There’s a lot of talk in writing circles about whether we ‘plot’ or ‘pants’ our novels. Pantsing, otherwise known as SOTP, refers to writing by the ‘seat of the pants,’ meaning the writer does not plan the whole thing out in advance.
I used to think if I wasn’t one, I was the other. I knew I wasn’t a ‘pantser’ so that apparently meant I was a plotter. So then, why did plotting seem so hard?
Anne Lyle says
I’m pretty much the same – I got frustrated with writing advice until I read “Plot & Structure” by James Scott Bell, which described several approaches on the spectrum between complete pantser and OCD outliner. I still struggle with it, though, because my current approach does require a lot of stumbling about in the dark before I find my way to the story climax. It would be nice to find a methodology that accommodated my Muse but added a little more efficiency!
For the synopsis of my third novel, which I had to send in to be signed off by my editor, I focused on the beginning and end and didn’t say too much about the middle. He was OK with that – he could see how I intend to bring the trilogy to a conclusion and that I had some cool conflicts set up, so that was enough.
I agree–I’d like to find a way to use this style more efficiently, too! It is very messy, and I hate groping around in the dark. But knowing it is a valid way to get to a story does help!
Dawn Crandall says
Hey Valerie! Nice post! I’m right in the middle too… though lean toward plotting more. I love plotting. 😀
Hi Dawn! I’d love plotting more if I could SEE the plot. **grumble mumble**
I call myself a structured organic writer (the term ‘pantser’ makes me wince) because I have a loose idea of the shape of the book I’m writing, there are a few well-lit guideposts (scenes) ahead, and I usually know what I’m intending to say or what theme I’m intending to explore. The specifics of the journey between the guideposts, or how the whole thing will actually work out… I never know until I write it.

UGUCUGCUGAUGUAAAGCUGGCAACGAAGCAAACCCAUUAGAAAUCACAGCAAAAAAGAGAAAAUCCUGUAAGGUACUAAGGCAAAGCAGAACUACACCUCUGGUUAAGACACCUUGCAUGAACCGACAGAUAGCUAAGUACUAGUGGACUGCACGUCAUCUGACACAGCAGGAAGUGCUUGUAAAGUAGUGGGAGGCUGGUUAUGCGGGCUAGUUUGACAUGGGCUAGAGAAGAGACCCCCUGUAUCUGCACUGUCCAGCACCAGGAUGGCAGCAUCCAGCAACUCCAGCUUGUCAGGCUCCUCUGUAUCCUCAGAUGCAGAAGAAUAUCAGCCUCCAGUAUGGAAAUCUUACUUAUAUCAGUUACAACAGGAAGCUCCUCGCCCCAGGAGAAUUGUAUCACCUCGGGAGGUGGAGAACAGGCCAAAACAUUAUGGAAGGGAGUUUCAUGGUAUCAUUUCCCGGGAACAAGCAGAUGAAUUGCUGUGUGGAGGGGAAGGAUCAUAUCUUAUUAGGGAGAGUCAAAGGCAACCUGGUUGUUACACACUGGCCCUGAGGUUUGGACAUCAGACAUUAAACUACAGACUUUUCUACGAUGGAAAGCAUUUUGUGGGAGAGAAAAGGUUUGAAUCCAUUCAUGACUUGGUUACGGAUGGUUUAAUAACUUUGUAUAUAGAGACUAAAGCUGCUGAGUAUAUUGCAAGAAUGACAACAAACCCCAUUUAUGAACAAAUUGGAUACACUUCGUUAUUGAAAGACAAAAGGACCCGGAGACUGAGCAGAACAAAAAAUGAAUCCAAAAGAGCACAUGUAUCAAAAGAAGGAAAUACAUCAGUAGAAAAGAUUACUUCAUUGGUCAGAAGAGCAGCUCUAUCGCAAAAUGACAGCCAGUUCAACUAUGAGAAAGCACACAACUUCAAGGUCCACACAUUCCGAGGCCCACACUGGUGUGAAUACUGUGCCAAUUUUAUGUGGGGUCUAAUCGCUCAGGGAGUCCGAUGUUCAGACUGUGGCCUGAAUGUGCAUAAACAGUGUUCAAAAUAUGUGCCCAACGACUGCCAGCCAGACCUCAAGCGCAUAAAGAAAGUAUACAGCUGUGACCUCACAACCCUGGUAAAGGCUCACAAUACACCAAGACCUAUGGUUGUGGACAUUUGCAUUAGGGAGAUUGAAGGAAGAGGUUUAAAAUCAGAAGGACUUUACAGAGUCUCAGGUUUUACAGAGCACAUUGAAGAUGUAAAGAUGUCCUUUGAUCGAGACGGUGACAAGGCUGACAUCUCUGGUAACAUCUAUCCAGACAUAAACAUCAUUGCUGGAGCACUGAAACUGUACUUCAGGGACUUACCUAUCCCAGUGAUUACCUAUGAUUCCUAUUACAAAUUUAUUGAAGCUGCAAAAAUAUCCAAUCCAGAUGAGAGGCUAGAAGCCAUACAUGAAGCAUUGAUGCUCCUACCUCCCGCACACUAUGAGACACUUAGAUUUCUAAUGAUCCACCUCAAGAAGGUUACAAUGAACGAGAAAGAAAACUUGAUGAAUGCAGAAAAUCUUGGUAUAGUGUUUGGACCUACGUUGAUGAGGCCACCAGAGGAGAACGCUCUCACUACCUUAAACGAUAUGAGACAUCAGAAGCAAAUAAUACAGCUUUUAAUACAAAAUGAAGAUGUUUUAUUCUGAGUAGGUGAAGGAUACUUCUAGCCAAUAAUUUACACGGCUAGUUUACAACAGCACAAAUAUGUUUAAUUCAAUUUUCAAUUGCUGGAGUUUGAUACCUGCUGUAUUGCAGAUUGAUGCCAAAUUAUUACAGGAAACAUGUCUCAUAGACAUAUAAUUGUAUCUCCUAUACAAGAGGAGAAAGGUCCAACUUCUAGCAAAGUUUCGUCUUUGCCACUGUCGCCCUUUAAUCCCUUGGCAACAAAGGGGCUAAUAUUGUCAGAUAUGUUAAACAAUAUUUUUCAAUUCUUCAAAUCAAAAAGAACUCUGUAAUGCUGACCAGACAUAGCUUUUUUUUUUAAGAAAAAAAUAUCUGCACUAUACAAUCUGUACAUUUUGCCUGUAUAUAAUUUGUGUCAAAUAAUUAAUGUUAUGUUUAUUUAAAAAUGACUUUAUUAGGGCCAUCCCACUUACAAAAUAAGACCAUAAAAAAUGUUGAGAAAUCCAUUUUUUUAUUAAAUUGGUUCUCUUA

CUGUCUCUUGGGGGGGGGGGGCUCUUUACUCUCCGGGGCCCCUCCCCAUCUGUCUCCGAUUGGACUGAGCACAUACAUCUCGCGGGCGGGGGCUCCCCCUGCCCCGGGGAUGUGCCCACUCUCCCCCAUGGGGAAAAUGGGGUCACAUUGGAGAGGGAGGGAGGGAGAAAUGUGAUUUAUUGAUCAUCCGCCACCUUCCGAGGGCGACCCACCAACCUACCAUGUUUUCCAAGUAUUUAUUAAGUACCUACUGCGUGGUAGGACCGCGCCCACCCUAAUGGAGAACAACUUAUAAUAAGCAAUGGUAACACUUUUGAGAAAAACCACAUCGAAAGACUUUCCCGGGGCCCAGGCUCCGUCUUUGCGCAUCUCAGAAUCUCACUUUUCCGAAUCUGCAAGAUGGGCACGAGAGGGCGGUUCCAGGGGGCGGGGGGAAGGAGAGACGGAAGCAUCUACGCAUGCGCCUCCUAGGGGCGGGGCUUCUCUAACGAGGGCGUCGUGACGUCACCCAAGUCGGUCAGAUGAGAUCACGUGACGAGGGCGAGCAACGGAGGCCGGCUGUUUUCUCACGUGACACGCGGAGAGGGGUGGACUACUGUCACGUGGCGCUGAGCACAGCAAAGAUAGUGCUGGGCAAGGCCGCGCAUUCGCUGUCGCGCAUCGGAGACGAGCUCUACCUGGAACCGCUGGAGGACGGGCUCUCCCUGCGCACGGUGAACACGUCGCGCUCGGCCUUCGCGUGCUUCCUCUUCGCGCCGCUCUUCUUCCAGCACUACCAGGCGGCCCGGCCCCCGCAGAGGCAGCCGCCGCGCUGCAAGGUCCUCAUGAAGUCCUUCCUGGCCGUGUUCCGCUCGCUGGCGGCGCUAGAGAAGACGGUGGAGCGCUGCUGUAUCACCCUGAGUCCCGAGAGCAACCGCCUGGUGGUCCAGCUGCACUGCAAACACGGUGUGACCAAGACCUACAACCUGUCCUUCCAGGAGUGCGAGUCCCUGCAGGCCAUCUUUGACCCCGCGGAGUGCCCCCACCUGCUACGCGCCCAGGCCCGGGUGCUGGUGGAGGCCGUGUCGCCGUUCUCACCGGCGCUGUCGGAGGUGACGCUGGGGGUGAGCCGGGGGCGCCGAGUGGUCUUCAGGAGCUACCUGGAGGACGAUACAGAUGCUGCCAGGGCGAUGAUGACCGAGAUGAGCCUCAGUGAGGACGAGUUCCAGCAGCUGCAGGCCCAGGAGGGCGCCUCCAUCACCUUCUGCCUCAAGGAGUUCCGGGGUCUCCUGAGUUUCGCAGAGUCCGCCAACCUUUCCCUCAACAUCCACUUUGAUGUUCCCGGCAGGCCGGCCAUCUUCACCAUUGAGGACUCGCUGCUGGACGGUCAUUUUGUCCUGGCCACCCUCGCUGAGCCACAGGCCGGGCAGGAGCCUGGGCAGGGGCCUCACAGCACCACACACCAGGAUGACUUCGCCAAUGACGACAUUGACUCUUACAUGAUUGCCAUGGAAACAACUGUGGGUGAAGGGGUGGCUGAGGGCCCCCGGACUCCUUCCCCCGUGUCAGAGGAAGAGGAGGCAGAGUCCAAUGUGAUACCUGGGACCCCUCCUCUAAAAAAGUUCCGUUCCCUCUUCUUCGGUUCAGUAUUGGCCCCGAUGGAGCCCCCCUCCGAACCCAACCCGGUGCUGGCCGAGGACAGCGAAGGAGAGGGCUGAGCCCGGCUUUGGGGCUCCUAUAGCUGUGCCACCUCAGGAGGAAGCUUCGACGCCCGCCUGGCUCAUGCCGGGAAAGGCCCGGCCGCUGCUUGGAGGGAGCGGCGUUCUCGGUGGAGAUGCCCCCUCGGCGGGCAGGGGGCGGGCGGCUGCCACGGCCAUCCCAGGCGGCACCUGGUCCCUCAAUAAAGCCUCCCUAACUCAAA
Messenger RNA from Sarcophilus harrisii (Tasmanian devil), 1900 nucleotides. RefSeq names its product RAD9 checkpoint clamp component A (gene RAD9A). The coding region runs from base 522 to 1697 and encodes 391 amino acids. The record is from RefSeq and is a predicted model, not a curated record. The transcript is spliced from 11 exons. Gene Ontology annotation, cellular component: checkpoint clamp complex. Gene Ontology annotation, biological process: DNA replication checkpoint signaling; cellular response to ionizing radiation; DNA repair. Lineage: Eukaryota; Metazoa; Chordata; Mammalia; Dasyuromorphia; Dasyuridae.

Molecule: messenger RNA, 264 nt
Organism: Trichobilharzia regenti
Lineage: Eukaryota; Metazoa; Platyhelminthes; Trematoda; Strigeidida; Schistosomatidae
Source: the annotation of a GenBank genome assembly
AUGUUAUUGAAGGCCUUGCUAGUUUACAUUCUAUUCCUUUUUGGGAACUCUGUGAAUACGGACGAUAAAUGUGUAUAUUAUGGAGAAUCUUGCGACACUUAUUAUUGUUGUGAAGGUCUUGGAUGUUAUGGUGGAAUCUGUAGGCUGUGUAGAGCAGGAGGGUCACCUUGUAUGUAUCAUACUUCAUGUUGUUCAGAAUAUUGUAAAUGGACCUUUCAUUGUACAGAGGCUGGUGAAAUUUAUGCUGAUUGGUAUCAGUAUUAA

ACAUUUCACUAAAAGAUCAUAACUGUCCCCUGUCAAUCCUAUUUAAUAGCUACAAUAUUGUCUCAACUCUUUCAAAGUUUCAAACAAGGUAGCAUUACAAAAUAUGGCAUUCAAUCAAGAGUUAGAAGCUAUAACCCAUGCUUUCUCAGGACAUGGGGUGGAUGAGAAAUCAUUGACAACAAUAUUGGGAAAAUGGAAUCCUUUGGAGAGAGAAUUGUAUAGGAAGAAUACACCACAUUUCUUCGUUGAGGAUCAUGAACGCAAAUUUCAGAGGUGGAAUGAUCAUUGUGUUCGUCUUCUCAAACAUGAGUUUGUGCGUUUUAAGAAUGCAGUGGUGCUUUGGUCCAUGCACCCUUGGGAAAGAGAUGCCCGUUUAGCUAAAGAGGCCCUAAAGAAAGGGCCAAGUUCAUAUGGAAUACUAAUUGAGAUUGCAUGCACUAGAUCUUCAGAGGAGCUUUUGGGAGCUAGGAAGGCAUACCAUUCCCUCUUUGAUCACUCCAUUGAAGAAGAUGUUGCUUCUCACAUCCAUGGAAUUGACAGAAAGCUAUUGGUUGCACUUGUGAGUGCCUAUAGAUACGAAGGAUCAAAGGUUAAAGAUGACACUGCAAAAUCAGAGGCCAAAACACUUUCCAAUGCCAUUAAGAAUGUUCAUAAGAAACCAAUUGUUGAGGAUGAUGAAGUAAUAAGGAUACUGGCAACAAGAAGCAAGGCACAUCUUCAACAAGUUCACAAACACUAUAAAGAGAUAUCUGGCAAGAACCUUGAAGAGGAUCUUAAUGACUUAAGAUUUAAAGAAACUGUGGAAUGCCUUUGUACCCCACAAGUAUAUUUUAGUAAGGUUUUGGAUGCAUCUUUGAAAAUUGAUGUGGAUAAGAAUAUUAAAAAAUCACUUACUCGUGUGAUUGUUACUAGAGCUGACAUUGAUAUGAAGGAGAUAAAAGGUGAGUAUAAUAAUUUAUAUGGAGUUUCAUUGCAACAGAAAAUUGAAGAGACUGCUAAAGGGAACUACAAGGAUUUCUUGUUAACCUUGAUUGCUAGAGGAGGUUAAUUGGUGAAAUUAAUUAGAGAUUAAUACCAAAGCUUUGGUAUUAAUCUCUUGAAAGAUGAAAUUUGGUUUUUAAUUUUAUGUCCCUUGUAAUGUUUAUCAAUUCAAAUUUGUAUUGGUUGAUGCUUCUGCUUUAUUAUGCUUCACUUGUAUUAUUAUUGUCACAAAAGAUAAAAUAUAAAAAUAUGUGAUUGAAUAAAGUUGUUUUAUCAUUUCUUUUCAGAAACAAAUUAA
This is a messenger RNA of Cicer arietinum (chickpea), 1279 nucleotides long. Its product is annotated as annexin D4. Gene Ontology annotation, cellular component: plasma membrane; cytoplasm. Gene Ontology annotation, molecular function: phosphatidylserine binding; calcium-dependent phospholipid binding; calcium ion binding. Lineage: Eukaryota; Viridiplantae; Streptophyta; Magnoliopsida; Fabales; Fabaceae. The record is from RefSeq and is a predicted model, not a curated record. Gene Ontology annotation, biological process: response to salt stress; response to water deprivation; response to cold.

My book notes are usually on paper, just a handful of things that, if they weren’t scratched out and scribbled over as I focus in on what I’m really trying to say, could fit on an index card. I think my final notes for M were something like:
Morgan RUNS. Always.
there’s a dog, BIG dog
That’s really about all I have when starting, just a rough roadmap to the guideposts. I do make other notes – again, always in long hand – as other events, scenes and motivations become clear to me, but mostly I just write the whole thing off the initial short series of notes. I write various beginnings (beginnings are the hardest part!) until one takes hold and the story starts to churn forward, but I rarely know the ending until I’m almost to it.
I’ve always felt really weird and alone writing this way. Maybe I’m not so strange after all. 😉
“Structured Organic” — I like that. Sounds like you’re further into the pantsing spectrum than I am, but I’m liberated to find that it IS a spectrum! Nice to hear from you, Tam.
Elizabeth George’s “Write Away” clarified for me my middle ground. She does general plots a scene or two ahead of where she’s writing. I tried that and it worked. I can’t do the whole book at once, but when I do a bit at a time, it all seems to come together. I usually have a pretty good idea about where I’m starting and where it will end up, though.
Thanks for that, Linda. What I want to know is why, if there’s so many of us middlers, we rarely are acknowledged?
Gina Welborn says